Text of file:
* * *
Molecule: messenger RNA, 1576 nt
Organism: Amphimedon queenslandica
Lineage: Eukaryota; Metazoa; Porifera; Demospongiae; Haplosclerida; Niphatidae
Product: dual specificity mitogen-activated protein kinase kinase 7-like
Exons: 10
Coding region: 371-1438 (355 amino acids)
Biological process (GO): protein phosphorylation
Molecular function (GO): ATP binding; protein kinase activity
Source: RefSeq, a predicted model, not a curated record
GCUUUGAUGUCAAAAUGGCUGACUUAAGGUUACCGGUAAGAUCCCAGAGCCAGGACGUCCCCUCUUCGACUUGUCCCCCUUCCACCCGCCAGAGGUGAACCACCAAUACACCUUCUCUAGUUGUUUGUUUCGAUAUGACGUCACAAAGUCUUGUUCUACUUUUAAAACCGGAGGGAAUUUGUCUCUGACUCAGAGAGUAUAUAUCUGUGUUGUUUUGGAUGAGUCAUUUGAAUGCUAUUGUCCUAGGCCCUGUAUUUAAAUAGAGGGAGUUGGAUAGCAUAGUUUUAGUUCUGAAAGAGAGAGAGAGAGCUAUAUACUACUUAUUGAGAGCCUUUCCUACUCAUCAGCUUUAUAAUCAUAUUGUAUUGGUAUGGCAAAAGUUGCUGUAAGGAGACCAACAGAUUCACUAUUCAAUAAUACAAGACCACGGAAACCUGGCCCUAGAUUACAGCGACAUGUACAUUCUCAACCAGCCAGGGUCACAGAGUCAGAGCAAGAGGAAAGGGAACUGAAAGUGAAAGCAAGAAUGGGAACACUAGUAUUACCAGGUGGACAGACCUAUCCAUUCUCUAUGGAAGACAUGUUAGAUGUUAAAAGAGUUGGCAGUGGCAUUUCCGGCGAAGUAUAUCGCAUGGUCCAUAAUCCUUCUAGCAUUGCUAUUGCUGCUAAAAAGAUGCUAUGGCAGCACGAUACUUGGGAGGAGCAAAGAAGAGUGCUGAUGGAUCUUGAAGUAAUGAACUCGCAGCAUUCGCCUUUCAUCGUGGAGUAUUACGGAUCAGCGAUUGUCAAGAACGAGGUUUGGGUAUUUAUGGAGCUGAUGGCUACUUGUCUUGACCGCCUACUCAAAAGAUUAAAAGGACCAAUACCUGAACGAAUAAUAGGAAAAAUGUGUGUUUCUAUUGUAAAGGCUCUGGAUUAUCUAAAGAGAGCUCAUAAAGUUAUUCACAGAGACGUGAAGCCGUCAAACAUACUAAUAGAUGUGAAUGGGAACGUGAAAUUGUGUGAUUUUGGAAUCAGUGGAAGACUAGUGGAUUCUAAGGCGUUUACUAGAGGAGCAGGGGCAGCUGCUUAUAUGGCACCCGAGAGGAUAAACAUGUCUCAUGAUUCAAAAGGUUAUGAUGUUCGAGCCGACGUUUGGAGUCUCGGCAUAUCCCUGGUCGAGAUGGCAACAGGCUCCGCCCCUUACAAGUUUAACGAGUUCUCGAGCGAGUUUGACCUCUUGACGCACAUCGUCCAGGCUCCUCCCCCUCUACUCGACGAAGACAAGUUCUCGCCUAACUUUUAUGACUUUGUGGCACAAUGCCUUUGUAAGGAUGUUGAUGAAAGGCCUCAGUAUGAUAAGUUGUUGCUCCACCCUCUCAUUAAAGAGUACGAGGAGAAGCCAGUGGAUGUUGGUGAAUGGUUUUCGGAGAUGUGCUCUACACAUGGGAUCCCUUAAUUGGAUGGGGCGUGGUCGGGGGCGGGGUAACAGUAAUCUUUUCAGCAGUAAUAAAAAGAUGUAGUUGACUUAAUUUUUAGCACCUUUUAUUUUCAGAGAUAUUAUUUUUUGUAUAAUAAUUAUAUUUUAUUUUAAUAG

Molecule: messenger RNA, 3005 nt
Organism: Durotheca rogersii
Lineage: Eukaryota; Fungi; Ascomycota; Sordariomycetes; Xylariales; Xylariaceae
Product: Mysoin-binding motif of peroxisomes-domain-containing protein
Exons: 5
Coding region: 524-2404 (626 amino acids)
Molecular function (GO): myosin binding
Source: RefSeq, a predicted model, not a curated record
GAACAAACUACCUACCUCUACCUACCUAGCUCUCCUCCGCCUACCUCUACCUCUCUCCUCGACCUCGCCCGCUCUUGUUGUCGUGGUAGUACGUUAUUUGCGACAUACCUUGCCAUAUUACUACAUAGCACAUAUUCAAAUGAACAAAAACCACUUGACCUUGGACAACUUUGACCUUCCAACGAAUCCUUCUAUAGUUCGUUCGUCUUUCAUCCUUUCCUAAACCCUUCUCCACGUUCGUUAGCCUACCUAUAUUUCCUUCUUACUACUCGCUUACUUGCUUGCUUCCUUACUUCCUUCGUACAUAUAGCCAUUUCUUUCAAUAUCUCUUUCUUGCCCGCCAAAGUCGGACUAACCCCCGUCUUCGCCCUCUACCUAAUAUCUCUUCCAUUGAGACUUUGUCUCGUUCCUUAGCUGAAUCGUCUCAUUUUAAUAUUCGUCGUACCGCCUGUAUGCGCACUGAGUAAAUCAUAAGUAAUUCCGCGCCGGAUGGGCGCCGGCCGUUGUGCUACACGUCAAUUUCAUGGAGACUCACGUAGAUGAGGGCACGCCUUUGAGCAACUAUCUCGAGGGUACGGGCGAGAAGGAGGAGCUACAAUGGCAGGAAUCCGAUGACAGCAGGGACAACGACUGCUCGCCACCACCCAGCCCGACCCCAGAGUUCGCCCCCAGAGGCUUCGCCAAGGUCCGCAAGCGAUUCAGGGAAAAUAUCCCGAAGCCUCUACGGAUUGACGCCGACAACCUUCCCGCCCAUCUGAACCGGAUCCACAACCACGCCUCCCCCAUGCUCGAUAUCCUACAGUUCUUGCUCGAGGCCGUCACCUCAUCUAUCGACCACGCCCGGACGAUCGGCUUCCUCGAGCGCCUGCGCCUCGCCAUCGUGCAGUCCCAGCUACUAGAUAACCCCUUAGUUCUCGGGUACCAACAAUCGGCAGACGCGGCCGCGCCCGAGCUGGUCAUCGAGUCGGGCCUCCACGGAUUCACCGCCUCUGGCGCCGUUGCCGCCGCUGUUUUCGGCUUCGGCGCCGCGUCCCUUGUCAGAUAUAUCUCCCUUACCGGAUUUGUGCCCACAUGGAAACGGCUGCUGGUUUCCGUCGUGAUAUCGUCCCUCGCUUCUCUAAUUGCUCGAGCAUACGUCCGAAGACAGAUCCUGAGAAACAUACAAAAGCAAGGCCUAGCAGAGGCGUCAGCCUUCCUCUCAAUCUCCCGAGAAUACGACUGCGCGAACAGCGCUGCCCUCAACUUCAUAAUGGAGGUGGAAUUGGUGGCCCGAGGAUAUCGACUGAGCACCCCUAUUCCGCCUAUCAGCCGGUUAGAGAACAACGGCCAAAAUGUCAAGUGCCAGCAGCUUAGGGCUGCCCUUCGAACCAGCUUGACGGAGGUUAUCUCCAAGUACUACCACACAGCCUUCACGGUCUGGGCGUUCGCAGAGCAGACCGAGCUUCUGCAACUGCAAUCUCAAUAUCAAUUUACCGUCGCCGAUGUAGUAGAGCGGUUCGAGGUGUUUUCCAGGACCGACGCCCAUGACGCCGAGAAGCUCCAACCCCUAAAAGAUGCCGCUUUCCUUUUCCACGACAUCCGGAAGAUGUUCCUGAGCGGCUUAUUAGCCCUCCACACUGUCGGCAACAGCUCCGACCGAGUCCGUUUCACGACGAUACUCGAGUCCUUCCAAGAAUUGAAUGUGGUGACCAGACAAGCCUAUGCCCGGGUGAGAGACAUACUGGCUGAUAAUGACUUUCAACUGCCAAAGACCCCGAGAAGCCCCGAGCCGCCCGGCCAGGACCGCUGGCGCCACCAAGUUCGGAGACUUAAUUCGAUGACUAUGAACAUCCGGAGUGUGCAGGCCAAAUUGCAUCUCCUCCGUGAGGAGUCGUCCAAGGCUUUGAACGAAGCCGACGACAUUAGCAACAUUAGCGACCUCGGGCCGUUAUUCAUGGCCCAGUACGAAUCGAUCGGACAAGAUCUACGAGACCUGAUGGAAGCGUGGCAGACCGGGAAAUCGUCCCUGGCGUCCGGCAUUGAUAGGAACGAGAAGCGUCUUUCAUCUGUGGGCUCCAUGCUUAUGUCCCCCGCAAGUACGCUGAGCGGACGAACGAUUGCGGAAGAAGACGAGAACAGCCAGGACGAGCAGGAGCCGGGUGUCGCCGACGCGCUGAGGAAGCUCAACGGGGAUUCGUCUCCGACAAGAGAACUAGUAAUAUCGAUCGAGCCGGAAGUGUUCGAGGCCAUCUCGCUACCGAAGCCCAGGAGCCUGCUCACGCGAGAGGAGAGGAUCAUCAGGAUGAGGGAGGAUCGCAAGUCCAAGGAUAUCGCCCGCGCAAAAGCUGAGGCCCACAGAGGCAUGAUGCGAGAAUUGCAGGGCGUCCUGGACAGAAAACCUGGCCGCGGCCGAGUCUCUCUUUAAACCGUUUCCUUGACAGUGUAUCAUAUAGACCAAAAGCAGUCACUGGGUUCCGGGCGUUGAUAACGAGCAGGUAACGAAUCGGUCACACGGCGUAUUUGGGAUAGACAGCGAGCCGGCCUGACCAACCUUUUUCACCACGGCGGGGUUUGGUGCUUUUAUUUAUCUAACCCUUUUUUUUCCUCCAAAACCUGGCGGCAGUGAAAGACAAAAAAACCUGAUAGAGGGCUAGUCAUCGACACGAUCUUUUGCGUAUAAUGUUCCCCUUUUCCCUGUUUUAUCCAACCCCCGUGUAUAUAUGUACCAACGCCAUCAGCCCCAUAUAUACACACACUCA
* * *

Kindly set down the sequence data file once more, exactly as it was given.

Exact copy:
Molecule: messenger RNA, 1576 nt
Organism: Amphimedon queenslandica
Lineage: Eukaryota; Metazoa; Porifera; Demospongiae; Haplosclerida; Niphatidae
Product: dual specificity mitogen-activated protein kinase kinase 7-like
Exons: 10
Coding region: 371-1438 (355 amino acids)
Biological process (GO): protein phosphorylation
Molecular function (GO): ATP binding; protein kinase activity
Source: RefSeq, a predicted model, not a curated record
GCUUUGAUGUCAAAAUGGCUGACUUAAGGUUACCGGUAAGAUCCCAGAGCCAGGACGUCCCCUCUUCGACUUGUCCCCCUUCCACCCGCCAGAGGUGAACCACCAAUACACCUUCUCUAGUUGUUUGUUUCGAUAUGACGUCACAAAGUCUUGUUCUACUUUUAAAACCGGAGGGAAUUUGUCUCUGACUCAGAGAGUAUAUAUCUGUGUUGUUUUGGAUGAGUCAUUUGAAUGCUAUUGUCCUAGGCCCUGUAUUUAAAUAGAGGGAGUUGGAUAGCAUAGUUUUAGUUCUGAAAGAGAGAGAGAGAGCUAUAUACUACUUAUUGAGAGCCUUUCCUACUCAUCAGCUUUAUAAUCAUAUUGUAUUGGUAUGGCAAAAGUUGCUGUAAGGAGACCAACAGAUUCACUAUUCAAUAAUACAAGACCACGGAAACCUGGCCCUAGAUUACAGCGACAUGUACAUUCUCAACCAGCCAGGGUCACAGAGUCAGAGCAAGAGGAAAGGGAACUGAAAGUGAAAGCAAGAAUGGGAACACUAGUAUUACCAGGUGGACAGACCUAUCCAUUCUCUAUGGAAGACAUGUUAGAUGUUAAAAGAGUUGGCAGUGGCAUUUCCGGCGAAGUAUAUCGCAUGGUCCAUAAUCCUUCUAGCAUUGCUAUUGCUGCUAAAAAGAUGCUAUGGCAGCACGAUACUUGGGAGGAGCAAAGAAGAGUGCUGAUGGAUCUUGAAGUAAUGAACUCGCAGCAUUCGCCUUUCAUCGUGGAGUAUUACGGAUCAGCGAUUGUCAAGAACGAGGUUUGGGUAUUUAUGGAGCUGAUGGCUACUUGUCUUGACCGCCUACUCAAAAGAUUAAAAGGACCAAUACCUGAACGAAUAAUAGGAAAAAUGUGUGUUUCUAUUGUAAAGGCUCUGGAUUAUCUAAAGAGAGCUCAUAAAGUUAUUCACAGAGACGUGAAGCCGUCAAACAUACUAAUAGAUGUGAAUGGGAACGUGAAAUUGUGUGAUUUUGGAAUCAGUGGAAGACUAGUGGAUUCUAAGGCGUUUACUAGAGGAGCAGGGGCAGCUGCUUAUAUGGCACCCGAGAGGAUAAACAUGUCUCAUGAUUCAAAAGGUUAUGAUGUUCGAGCCGACGUUUGGAGUCUCGGCAUAUCCCUGGUCGAGAUGGCAACAGGCUCCGCCCCUUACAAGUUUAACGAGUUCUCGAGCGAGUUUGACCUCUUGACGCACAUCGUCCAGGCUCCUCCCCCUCUACUCGACGAAGACAAGUUCUCGCCUAACUUUUAUGACUUUGUGGCACAAUGCCUUUGUAAGGAUGUUGAUGAAAGGCCUCAGUAUGAUAAGUUGUUGCUCCACCCUCUCAUUAAAGAGUACGAGGAGAAGCCAGUGGAUGUUGGUGAAUGGUUUUCGGAGAUGUGCUCUACACAUGGGAUCCCUUAAUUGGAUGGGGCGUGGUCGGGGGCGGGGUAACAGUAAUCUUUUCAGCAGUAAUAAAAAGAUGUAGUUGACUUAAUUUUUAGCACCUUUUAUUUUCAGAGAUAUUAUUUUUUGUAUAAUAAUUAUAUUUUAUUUUAAUAG

Molecule: messenger RNA, 3005 nt
Organism: Durotheca rogersii
Lineage: Eukaryota; Fungi; Ascomycota; Sordariomycetes; Xylariales; Xylariaceae
Product: Mysoin-binding motif of peroxisomes-domain-containing protein
Exons: 5
Coding region: 524-2404 (626 amino acids)
Molecular function (GO): myosin binding
Source: RefSeq, a predicted model, not a curated record
GAACAAACUACCUACCUCUACCUACCUAGCUCUCCUCCGCCUACCUCUACCUCUCUCCUCGACCUCGCCCGCUCUUGUUGUCGUGGUAGUACGUUAUUUGCGACAUACCUUGCCAUAUUACUACAUAGCACAUAUUCAAAUGAACAAAAACCACUUGACCUUGGACAACUUUGACCUUCCAACGAAUCCUUCUAUAGUUCGUUCGUCUUUCAUCCUUUCCUAAACCCUUCUCCACGUUCGUUAGCCUACCUAUAUUUCCUUCUUACUACUCGCUUACUUGCUUGCUUCCUUACUUCCUUCGUACAUAUAGCCAUUUCUUUCAAUAUCUCUUUCUUGCCCGCCAAAGUCGGACUAACCCCCGUCUUCGCCCUCUACCUAAUAUCUCUUCCAUUGAGACUUUGUCUCGUUCCUUAGCUGAAUCGUCUCAUUUUAAUAUUCGUCGUACCGCCUGUAUGCGCACUGAGUAAAUCAUAAGUAAUUCCGCGCCGGAUGGGCGCCGGCCGUUGUGCUACACGUCAAUUUCAUGGAGACUCACGUAGAUGAGGGCACGCCUUUGAGCAACUAUCUCGAGGGUACGGGCGAGAAGGAGGAGCUACAAUGGCAGGAAUCCGAUGACAGCAGGGACAACGACUGCUCGCCACCACCCAGCCCGACCCCAGAGUUCGCCCCCAGAGGCUUCGCCAAGGUCCGCAAGCGAUUCAGGGAAAAUAUCCCGAAGCCUCUACGGAUUGACGCCGACAACCUUCCCGCCCAUCUGAACCGGAUCCACAACCACGCCUCCCCCAUGCUCGAUAUCCUACAGUUCUUGCUCGAGGCCGUCACCUCAUCUAUCGACCACGCCCGGACGAUCGGCUUCCUCGAGCGCCUGCGCCUCGCCAUCGUGCAGUCCCAGCUACUAGAUAACCCCUUAGUUCUCGGGUACCAACAAUCGGCAGACGCGGCCGCGCCCGAGCUGGUCAUCGAGUCGGGCCUCCACGGAUUCACCGCCUCUGGCGCCGUUGCCGCCGCUGUUUUCGGCUUCGGCGCCGCGUCCCUUGUCAGAUAUAUCUCCCUUACCGGAUUUGUGCCCACAUGGAAACGGCUGCUGGUUUCCGUCGUGAUAUCGUCCCUCGCUUCUCUAAUUGCUCGAGCAUACGUCCGAAGACAGAUCCUGAGAAACAUACAAAAGCAAGGCCUAGCAGAGGCGUCAGCCUUCCUCUCAAUCUCCCGAGAAUACGACUGCGCGAACAGCGCUGCCCUCAACUUCAUAAUGGAGGUGGAAUUGGUGGCCCGAGGAUAUCGACUGAGCACCCCUAUUCCGCCUAUCAGCCGGUUAGAGAACAACGGCCAAAAUGUCAAGUGCCAGCAGCUUAGGGCUGCCCUUCGAACCAGCUUGACGGAGGUUAUCUCCAAGUACUACCACACAGCCUUCACGGUCUGGGCGUUCGCAGAGCAGACCGAGCUUCUGCAACUGCAAUCUCAAUAUCAAUUUACCGUCGCCGAUGUAGUAGAGCGGUUCGAGGUGUUUUCCAGGACCGACGCCCAUGACGCCGAGAAGCUCCAACCCCUAAAAGAUGCCGCUUUCCUUUUCCACGACAUCCGGAAGAUGUUCCUGAGCGGCUUAUUAGCCCUCCACACUGUCGGCAACAGCUCCGACCGAGUCCGUUUCACGACGAUACUCGAGUCCUUCCAAGAAUUGAAUGUGGUGACCAGACAAGCCUAUGCCCGGGUGAGAGACAUACUGGCUGAUAAUGACUUUCAACUGCCAAAGACCCCGAGAAGCCCCGAGCCGCCCGGCCAGGACCGCUGGCGCCACCAAGUUCGGAGACUUAAUUCGAUGACUAUGAACAUCCGGAGUGUGCAGGCCAAAUUGCAUCUCCUCCGUGAGGAGUCGUCCAAGGCUUUGAACGAAGCCGACGACAUUAGCAACAUUAGCGACCUCGGGCCGUUAUUCAUGGCCCAGUACGAAUCGAUCGGACAAGAUCUACGAGACCUGAUGGAAGCGUGGCAGACCGGGAAAUCGUCCCUGGCGUCCGGCAUUGAUAGGAACGAGAAGCGUCUUUCAUCUGUGGGCUCCAUGCUUAUGUCCCCCGCAAGUACGCUGAGCGGACGAACGAUUGCGGAAGAAGACGAGAACAGCCAGGACGAGCAGGAGCCGGGUGUCGCCGACGCGCUGAGGAAGCUCAACGGGGAUUCGUCUCCGACAAGAGAACUAGUAAUAUCGAUCGAGCCGGAAGUGUUCGAGGCCAUCUCGCUACCGAAGCCCAGGAGCCUGCUCACGCGAGAGGAGAGGAUCAUCAGGAUGAGGGAGGAUCGCAAGUCCAAGGAUAUCGCCCGCGCAAAAGCUGAGGCCCACAGAGGCAUGAUGCGAGAAUUGCAGGGCGUCCUGGACAGAAAACCUGGCCGCGGCCGAGUCUCUCUUUAAACCGUUUCCUUGACAGUGUAUCAUAUAGACCAAAAGCAGUCACUGGGUUCCGGGCGUUGAUAACGAGCAGGUAACGAAUCGGUCACACGGCGUAUUUGGGAUAGACAGCGAGCCGGCCUGACCAACCUUUUUCACCACGGCGGGGUUUGGUGCUUUUAUUUAUCUAACCCUUUUUUUUCCUCCAAAACCUGGCGGCAGUGAAAGACAAAAAAACCUGAUAGAGGGCUAGUCAUCGACACGAUCUUUUGCGUAUAAUGUUCCCCUUUUCCCUGUUUUAUCCAACCCCCGUGUAUAUAUGUACCAACGCCAUCAGCCCCAUAUAUACACACACUCA